Digital sound broadcasting (DSB) is a better technology than FM and has many advantages. However, it is unavailable to most Africans but is accessible in South Africa and Tunisia.
Kenya’s ICT regulator, the communications authority (CA), has announced plans to pilot digital sound broadcasting (DSB) anytime from September 2023. DSB is a technology that uses digital signals to transmit audio content. It is a more efficient use of spectrum than traditional analog broadcasting.
According to the regulator, which hosted a media workshop highlighting its mandate and plans for the ICT industry, DSB will be useful in tackling the issue of limited FM broadcasting frequencies.
This is important because sound broadcasting is a key source of information, education, and entertainment in Kenya. 98% of homes in the country have access to devices that receive sound broadcasts, with nearly 200 licensed broadcast services. However, frequency allocations for FM are close to saturation, meaning there is no more room to add new FM stations. Therefore, DSB provides an opportunity to introduce new sound broadcasting services in these areas.
FM is also an older technology and is marred by several issues. As said, FM broadcasting airwaves are becoming saturated, leading to increased interference and poor signal quality. The lack of capacity for new services is also a problem. With so many stations already on the air, there is no room for adding new ones. The difficulty of innovating and offering new and unique services is another problem, not to mention the relatively poor audio quality of FM broadcasting.
Kenya has already developed a framework for digital sound broadcasting to pave the way for the launch. The regulator mentioned that it is getting a budget to purchase all the necessary equipment for DSB pilot tests. Consumers will also be asked to purchase new receivers capable of processing DSB signals. However, the regulator will not phase out FM signals because they are still important to Kenyans who prefer consuming news and entertainment on their transistor radios. DSB receivers are also capable of processing FM signals as well.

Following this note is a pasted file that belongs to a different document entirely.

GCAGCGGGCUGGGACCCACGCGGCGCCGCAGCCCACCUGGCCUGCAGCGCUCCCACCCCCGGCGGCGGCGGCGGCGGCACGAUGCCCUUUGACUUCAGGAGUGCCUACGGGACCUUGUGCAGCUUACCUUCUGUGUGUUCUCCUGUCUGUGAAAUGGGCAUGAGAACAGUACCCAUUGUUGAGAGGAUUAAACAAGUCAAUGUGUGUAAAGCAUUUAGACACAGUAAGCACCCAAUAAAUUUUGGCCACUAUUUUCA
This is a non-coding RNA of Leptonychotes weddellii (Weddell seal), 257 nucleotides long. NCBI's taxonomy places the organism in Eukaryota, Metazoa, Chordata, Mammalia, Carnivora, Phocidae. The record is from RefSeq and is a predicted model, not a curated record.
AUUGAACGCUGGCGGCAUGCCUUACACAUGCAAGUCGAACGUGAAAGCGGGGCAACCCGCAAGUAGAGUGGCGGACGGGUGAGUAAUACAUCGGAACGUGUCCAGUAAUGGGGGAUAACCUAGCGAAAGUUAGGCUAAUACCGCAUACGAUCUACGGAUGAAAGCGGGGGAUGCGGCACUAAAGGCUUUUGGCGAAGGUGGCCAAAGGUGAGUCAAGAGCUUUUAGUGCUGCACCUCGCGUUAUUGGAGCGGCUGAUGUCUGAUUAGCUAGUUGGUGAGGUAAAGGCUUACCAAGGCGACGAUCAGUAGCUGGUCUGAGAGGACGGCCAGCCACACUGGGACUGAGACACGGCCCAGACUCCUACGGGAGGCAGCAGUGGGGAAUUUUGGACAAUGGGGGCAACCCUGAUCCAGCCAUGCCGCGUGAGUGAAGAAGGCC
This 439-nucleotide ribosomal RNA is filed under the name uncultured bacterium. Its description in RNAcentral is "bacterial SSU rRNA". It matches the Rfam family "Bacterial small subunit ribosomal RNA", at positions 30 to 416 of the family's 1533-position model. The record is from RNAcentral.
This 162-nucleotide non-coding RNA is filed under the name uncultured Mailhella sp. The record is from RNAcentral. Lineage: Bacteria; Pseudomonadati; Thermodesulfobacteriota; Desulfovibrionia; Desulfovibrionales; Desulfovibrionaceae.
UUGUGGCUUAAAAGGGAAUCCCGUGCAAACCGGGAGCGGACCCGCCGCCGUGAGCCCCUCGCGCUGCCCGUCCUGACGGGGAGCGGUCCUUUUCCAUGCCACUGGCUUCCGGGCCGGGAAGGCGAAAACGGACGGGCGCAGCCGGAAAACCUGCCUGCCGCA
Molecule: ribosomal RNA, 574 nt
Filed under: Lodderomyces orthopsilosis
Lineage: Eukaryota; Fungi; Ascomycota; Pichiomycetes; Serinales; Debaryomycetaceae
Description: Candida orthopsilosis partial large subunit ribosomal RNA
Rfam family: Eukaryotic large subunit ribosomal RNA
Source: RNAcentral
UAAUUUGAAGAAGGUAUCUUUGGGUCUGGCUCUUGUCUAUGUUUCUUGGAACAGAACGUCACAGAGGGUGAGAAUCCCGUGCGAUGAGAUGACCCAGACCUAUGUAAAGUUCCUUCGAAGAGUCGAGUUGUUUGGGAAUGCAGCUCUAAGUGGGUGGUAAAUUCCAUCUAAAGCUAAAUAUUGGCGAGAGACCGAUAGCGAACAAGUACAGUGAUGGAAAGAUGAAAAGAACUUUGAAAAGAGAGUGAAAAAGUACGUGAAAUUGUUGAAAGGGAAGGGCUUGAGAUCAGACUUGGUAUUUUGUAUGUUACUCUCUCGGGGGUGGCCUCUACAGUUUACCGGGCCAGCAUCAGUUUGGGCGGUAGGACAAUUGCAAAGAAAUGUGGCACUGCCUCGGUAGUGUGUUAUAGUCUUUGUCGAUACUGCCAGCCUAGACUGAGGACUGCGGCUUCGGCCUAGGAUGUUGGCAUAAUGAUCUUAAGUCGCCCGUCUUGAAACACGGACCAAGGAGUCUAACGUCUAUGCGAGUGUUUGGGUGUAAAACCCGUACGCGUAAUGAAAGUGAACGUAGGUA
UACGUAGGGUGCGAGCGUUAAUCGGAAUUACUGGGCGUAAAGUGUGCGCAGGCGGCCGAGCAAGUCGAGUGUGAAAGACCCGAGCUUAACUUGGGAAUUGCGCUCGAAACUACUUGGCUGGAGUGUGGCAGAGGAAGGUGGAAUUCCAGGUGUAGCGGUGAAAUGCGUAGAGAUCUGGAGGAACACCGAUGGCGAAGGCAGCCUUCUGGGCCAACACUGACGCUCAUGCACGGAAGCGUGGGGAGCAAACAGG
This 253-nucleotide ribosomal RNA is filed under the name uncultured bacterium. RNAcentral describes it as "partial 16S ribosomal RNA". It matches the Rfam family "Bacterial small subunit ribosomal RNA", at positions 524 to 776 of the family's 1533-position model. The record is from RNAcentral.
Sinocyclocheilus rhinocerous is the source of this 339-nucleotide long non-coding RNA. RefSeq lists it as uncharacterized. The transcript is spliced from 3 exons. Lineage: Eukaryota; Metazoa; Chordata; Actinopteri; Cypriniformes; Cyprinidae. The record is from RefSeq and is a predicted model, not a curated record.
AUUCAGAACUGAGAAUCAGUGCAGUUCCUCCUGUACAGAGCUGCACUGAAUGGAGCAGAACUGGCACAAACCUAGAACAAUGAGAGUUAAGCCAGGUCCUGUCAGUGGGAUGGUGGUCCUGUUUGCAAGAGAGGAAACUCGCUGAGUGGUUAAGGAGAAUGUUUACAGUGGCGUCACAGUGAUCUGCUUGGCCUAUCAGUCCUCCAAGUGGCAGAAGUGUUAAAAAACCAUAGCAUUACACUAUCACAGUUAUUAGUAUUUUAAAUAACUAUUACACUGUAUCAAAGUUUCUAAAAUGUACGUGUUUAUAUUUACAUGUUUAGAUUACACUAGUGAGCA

Digital audio broadcasting (DAB), the most widely used type of digital sound broadcasting, is being tested in Tunisia and South Africa. Tunisia, for instance, began using the technology in 2008. In 2010, it installed additional transmitters, covering 25% of the population. In 2019, four more transmitters were added, covering 51% of the population. In 2020, coverage increased to 71%. The North African country aims to have 98% coverage by the end of the year. Sudan has also expressed interest in deploying digital sound broadcasting to its people.
It remains to be seen how Kenyans will respond to the new technology because they will want to use their FM receivers for longer. The regulator has also not mentioned how it plans to sensitize the government to avail DSB receivers. The cost of rolling out the service could also be high, which is one reason it has taken so long to launch it. Lastly, some digital sound broadcasts will be premium services, meaning they will attract additional costs to consumers who are used to FM, which is free.
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